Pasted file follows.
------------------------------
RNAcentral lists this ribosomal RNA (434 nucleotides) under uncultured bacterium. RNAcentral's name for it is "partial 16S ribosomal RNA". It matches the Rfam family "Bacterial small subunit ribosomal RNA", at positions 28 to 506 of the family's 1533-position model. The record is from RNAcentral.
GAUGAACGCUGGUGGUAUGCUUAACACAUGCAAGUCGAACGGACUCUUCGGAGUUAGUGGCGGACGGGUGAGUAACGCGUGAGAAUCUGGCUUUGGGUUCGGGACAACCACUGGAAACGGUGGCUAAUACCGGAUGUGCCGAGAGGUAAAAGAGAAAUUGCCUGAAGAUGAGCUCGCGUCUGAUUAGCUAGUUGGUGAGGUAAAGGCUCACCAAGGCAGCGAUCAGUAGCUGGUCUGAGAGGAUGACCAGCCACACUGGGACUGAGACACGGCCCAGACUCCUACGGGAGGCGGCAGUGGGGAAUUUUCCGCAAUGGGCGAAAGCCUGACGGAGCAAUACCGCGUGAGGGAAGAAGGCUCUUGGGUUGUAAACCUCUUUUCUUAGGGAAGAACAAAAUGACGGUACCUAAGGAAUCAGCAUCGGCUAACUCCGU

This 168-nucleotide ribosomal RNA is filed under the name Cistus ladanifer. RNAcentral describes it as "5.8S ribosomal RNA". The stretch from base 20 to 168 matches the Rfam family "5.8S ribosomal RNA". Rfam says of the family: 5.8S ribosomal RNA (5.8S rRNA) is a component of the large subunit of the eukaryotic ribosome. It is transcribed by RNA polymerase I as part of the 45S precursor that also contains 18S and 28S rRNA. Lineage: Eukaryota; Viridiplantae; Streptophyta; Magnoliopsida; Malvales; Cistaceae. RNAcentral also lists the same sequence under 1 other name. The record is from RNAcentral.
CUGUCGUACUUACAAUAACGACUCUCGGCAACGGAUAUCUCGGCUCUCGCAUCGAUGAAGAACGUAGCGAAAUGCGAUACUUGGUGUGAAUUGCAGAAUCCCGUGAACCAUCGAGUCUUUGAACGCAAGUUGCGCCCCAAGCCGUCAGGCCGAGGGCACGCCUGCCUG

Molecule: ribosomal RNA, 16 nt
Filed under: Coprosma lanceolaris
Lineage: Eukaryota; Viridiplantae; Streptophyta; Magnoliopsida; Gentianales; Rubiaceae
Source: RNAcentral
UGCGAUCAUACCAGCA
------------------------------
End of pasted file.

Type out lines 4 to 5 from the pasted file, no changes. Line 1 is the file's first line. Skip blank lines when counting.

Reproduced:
CUGUCGUACUUACAAUAACGACUCUCGGCAACGGAUAUCUCGGCUCUCGCAUCGAUGAAGAACGUAGCGAAAUGCGAUACUUGGUGUGAAUUGCAGAAUCCCGUGAACCAUCGAGUCUUUGAACGCAAGUUGCGCCCCAAGCCGUCAGGCCGAGGGCACGCCUGCCUG

Molecule: ribosomal RNA, 16 nt